A familiar sound of spring: a woodpecker hard at work, carving out a nest hole in a tree trunk [woodpecker chiseling a nest hole]. Here the female will lay her eggs and the pair will raise their young. When you’re lucky, you can hear young woodpeckers, like these Pileated Woodpeckers begging from within the trunk.
But now that fall has arrived, we may hear an excavating sound again.
What’s going on?
It turns out that some woodpecker species stay year round in the region where they nest, while others migrate south in winter. Those that remain through the colder months – well, it’s safe to say they’re not nesting now. No, these fall excavators are chiseling out roosting cavities, snug hollows where they’ll shelter during the cold nights of fall and winter.
Many woodpeckers roost in such cavities, usually by themselves. Even the young, once they’re fledged, have to find their own winter quarters.
With woodpeckers, once the nights turn cold, it’s every bird for itself.
Full story from an article on November 3, 2019. The Mandarin Duck has appeared again in the lower mainland. It was also seen in 2018. The Mandarin Duck, as its known, has been causing a stir in the media lately, …Continue reading →
A recent CBC news story about the use of glyphosate in BC to remove deciduous trees has generated considerable discussion about the practice. Below, I reproduce two letters relevant to this issue. The first is a letter submitted by the …Continue reading →
Adele passed away this week. This article, written by Margaret Graham, appeared in the November 2019 issue of the Kamloops Naturalist Club newsletter, Sage Whispers. Adele Stapleton, the club’s secretary since 2015, was born in Vancouver General Hospital on …Continue reading →
Reposted from A Wildflower Journal (April 9, 2019) by Mike Ryan (MSc, RPBio, Research Ecologist, Kamloops) On a walk out at Stake Lake I came across a rock face in a spruce forest that supported a wide variety of mosses …Continue reading →
Now this is a fun question to try and answer! An article in Audubon News explains the research that likely corrects the old ideas that it was about not rolling off rocky ledges. For centuries, people have marvelled at the …Continue reading →
Scientists say nature therapies don’t just feel good — they save trillions in health costs The impact can feel immediate. Anecdotally, walking outside and into sunshine feels reinvigorating. Science has long proven this to be true: Research shows that time …Continue reading →
Bottom Line Conclusion: In boreal forests, the organic matter consumed by earthworms means a reduction in available nutrients for other organisms, reduction in fungi, and reduction in soil moisture. A new study by a large team of researchers from …Continue reading →
There is an invasive species alert in BC for two very damaging introductions, the American Bullfrog and the Red-Eared Slider turtle. American Bullfrog American Bullfrogs were originally introduced into B.C. by humans wanting to farm them for their meaty legs. …Continue reading →
For the third year, KNC members volunteered their time to raise money for the club by acting as tour guides for visiting students in TRU World’s programs. This year we hosted eight groups, seven from Jakarta, Indonesia and one from …Continue reading →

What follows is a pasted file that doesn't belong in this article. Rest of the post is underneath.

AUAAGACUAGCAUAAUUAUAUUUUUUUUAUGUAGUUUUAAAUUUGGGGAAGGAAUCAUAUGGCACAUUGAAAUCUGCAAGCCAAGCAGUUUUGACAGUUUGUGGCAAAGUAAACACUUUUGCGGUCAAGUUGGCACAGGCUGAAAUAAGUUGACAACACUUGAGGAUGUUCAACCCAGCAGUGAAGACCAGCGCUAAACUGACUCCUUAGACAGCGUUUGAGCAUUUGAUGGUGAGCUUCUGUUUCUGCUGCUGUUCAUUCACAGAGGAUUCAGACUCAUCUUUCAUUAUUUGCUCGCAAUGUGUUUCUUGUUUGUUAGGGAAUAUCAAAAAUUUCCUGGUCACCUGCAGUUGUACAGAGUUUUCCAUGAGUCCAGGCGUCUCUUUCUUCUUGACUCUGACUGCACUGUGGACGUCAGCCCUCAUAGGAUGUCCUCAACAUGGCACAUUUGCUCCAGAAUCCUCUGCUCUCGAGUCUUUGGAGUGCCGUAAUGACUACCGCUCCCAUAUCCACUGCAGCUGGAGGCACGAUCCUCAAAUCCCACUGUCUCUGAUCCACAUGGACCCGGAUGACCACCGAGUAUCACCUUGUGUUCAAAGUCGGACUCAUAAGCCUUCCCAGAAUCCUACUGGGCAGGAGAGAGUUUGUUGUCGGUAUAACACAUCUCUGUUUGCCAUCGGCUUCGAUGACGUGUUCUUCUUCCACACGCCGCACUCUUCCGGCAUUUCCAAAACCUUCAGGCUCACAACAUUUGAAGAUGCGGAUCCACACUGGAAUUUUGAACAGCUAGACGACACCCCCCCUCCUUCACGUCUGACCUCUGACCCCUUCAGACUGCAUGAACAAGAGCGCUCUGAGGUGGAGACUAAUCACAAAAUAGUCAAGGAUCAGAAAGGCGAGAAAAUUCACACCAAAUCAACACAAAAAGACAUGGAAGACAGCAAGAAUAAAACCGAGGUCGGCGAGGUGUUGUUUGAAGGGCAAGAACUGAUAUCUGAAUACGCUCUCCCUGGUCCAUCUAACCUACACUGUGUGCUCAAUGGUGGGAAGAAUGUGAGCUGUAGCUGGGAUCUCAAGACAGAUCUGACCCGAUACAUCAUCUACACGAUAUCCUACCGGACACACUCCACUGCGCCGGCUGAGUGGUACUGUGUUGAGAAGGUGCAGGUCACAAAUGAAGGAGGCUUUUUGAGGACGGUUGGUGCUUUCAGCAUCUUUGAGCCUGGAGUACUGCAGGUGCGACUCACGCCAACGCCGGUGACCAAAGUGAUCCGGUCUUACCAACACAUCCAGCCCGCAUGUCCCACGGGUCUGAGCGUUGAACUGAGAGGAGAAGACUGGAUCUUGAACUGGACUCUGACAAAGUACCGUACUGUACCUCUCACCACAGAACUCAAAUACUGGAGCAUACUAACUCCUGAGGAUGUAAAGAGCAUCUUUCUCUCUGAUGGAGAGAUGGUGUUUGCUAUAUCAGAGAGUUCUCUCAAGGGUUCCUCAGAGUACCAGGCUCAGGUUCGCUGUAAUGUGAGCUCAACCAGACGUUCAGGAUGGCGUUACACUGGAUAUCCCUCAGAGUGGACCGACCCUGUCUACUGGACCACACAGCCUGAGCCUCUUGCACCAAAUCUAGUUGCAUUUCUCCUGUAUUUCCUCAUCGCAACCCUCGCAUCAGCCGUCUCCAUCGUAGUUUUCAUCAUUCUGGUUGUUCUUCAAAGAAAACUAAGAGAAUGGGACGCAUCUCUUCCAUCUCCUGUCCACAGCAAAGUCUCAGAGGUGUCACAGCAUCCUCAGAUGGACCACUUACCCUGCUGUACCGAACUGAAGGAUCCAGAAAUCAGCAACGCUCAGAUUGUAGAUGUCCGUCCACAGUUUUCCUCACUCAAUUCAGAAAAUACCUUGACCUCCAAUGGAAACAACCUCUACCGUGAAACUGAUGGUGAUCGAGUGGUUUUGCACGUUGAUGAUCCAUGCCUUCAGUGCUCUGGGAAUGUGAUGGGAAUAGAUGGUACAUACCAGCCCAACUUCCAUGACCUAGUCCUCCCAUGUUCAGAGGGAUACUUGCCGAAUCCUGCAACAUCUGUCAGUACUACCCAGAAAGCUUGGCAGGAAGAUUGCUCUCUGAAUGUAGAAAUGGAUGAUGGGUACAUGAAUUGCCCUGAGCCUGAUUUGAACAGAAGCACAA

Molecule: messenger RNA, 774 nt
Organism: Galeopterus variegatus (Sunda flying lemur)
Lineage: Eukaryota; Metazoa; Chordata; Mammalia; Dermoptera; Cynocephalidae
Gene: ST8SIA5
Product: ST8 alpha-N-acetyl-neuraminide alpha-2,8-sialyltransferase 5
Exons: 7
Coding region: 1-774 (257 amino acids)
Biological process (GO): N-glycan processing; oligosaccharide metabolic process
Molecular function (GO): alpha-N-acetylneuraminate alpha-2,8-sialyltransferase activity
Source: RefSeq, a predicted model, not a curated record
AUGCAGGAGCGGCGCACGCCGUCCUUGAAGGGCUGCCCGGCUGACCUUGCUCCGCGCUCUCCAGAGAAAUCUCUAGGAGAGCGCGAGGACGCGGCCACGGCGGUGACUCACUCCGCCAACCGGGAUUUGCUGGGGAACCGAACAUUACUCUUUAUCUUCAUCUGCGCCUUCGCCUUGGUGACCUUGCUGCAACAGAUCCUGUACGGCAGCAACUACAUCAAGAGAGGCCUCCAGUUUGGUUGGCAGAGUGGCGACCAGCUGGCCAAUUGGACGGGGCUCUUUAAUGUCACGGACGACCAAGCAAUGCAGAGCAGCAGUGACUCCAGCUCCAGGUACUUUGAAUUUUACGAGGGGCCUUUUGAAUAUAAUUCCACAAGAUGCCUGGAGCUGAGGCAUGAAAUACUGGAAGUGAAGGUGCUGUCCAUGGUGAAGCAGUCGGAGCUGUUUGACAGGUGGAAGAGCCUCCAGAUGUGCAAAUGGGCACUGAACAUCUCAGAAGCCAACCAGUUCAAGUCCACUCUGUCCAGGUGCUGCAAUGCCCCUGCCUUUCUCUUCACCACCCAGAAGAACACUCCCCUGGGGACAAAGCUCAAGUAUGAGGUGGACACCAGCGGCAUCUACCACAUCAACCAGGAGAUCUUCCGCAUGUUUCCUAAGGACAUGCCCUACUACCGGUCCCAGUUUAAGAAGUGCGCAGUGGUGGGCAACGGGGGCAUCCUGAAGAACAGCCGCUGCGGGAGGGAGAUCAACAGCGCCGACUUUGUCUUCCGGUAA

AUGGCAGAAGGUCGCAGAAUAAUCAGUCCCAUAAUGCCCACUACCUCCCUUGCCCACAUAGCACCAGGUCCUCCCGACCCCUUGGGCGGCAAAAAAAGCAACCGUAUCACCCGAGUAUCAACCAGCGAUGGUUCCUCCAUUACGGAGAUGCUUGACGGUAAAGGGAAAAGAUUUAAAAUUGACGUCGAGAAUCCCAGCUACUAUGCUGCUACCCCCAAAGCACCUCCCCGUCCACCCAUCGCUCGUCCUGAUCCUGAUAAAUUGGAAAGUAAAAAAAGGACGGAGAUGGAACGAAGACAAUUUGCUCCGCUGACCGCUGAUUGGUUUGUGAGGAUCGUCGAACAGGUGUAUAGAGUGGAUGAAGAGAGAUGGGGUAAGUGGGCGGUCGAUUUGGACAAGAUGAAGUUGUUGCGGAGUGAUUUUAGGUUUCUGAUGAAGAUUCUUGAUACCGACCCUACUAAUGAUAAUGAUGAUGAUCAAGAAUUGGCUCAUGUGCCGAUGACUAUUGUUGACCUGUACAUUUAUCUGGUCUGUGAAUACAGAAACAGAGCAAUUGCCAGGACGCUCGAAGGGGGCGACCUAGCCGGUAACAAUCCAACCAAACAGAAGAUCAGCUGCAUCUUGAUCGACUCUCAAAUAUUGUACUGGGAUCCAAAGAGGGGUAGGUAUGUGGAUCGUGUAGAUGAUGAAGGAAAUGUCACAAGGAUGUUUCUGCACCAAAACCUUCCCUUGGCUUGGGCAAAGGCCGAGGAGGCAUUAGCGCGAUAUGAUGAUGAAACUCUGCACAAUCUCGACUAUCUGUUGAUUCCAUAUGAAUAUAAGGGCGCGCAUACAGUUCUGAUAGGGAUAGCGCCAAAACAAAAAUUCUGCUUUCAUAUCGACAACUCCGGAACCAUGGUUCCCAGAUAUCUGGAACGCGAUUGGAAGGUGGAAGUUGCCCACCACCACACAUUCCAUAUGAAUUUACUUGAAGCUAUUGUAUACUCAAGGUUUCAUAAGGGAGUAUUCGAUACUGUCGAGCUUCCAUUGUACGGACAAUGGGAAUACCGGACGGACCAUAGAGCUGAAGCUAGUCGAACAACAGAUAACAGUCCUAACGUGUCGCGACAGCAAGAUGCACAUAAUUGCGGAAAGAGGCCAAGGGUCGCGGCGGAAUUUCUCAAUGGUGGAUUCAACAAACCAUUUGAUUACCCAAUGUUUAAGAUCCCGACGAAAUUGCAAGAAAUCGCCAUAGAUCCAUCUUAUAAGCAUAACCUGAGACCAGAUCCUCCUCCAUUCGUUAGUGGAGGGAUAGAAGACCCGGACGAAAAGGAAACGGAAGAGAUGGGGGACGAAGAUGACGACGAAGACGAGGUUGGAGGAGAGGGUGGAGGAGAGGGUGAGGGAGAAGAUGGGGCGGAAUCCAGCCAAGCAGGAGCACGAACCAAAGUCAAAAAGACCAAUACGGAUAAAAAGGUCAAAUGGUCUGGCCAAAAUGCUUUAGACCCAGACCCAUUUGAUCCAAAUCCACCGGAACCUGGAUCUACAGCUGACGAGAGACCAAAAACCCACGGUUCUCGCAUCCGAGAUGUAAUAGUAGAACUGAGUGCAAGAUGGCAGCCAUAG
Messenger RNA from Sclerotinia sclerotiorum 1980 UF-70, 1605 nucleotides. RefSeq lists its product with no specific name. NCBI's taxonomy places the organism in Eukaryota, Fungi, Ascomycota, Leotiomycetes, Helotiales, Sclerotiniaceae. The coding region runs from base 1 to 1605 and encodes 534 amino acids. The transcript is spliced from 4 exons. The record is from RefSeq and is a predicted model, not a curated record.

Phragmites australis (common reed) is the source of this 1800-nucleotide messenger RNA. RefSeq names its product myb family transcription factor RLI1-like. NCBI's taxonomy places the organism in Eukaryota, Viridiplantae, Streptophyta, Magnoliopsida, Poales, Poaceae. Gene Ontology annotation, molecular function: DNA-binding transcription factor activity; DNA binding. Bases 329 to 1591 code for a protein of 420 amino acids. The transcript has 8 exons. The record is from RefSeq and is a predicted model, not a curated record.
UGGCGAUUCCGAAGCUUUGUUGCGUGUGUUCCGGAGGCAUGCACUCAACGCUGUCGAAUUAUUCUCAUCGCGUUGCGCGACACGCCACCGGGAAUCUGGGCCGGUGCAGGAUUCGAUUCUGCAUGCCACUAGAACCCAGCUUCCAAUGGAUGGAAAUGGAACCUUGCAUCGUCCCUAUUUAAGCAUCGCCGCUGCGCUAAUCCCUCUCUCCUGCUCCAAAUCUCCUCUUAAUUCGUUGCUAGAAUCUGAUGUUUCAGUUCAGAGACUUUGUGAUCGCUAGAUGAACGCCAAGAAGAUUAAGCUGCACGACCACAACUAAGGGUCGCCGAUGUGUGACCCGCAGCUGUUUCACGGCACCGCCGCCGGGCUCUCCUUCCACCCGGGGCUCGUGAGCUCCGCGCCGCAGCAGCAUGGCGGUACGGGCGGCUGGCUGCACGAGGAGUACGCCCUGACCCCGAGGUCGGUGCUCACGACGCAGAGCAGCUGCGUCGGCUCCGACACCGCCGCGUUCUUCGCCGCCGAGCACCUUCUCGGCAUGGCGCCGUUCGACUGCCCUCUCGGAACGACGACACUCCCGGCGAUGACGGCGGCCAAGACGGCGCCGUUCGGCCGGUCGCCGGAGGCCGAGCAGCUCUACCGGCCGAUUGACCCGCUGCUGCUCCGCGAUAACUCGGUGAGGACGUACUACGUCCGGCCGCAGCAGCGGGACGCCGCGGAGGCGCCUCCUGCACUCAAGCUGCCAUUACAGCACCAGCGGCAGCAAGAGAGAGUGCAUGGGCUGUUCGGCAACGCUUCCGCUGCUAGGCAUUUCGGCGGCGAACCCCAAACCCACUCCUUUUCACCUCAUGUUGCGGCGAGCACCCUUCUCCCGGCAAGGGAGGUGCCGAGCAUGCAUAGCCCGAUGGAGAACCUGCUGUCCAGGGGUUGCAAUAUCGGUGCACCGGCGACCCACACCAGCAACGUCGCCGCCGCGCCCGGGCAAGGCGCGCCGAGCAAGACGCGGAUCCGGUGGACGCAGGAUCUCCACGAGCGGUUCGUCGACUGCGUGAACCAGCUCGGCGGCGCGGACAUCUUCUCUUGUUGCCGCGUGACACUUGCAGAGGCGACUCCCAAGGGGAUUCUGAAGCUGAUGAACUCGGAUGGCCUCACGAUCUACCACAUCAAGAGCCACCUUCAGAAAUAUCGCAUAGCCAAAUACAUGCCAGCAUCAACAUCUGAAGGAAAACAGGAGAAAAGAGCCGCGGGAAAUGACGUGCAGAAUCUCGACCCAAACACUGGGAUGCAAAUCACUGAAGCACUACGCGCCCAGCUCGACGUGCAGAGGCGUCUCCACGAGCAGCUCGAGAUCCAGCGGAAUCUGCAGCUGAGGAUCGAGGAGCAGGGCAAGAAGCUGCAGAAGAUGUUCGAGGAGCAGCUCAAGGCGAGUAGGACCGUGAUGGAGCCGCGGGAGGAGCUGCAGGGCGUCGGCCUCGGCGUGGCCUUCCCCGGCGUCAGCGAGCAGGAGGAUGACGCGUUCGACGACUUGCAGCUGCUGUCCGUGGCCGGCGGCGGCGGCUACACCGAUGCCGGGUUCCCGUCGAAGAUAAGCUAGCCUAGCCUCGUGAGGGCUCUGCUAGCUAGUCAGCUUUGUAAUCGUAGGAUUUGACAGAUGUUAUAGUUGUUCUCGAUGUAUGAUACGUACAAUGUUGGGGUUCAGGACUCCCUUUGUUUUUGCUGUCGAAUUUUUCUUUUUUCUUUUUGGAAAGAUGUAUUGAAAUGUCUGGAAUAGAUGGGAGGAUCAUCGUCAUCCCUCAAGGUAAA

Canada’s Important Bird and Biodiversity Areas Program is a science-based initiative to identify, conserve, and monitor a network of sites that provide essential habitat for Canada’s bird populations. Canada is part of a global network consisting of over 12,000 sites …Continue reading →
With the continuing rain, the fall mushroom season is progressing rapidly. A good place to start looking for wild mushrooms is in your yard and pastures. There are numerous interesting species that grow in grass. Here are a few of …Continue reading →
White nose syndrome is caused by a fungus that’s decimating bat populations. It slowly weakens the animals until they die of starvation. It kills about 85 per cent to 99.9 per cent of bats in affected hibernacula. It was first …Continue reading →
Submitted by Gary Hunt This article is from last summer but we are seeing it again in our region. In spite of the extreme heat we have been experiencing, mushrooms continue to appear in our surrounding forested areas. North-facing slopes …Continue reading →
For the third summer, the Kamloops Naturalist Club has organized trips for TRU World with international students. Students this year are from Indonesia and they all attend school in Jakarta. We spend about two hours with each group and take …Continue reading →
After a ride on the chair to mid station, we hiked to the summit and back, taking a few photos along the way. Some of these images are shared in a slideshow here. Some of KNC member Doug Smith’s …Continue reading →
Note: There are significant discounts with early registration before August 1. For full details, see the website here. Presentations and meetings will be at the Pitt Meadows Golf Club. The Burke Mountain Naturalists (BMN) invite you to the BC Nature …Continue reading →
A recent article by Colin Purrington explains 11 flaws encountered in commercially made houses intended for mason bees. 1. Nesting blocks, tubes, reeds are not removable Glued nesting materials is the number one reason why most commercial bee hotesl can …Continue reading →
Here is the complete list of 64 bird species seen or heard on the Greenstone trip July 7, 2019. Big thank you to Isaac Nelson for compiling this. Canada Goose, Blue-winged Teal, Cinnamon Teal, Northern Shoveler, Mallard, Ring-necked Duck, …Continue reading →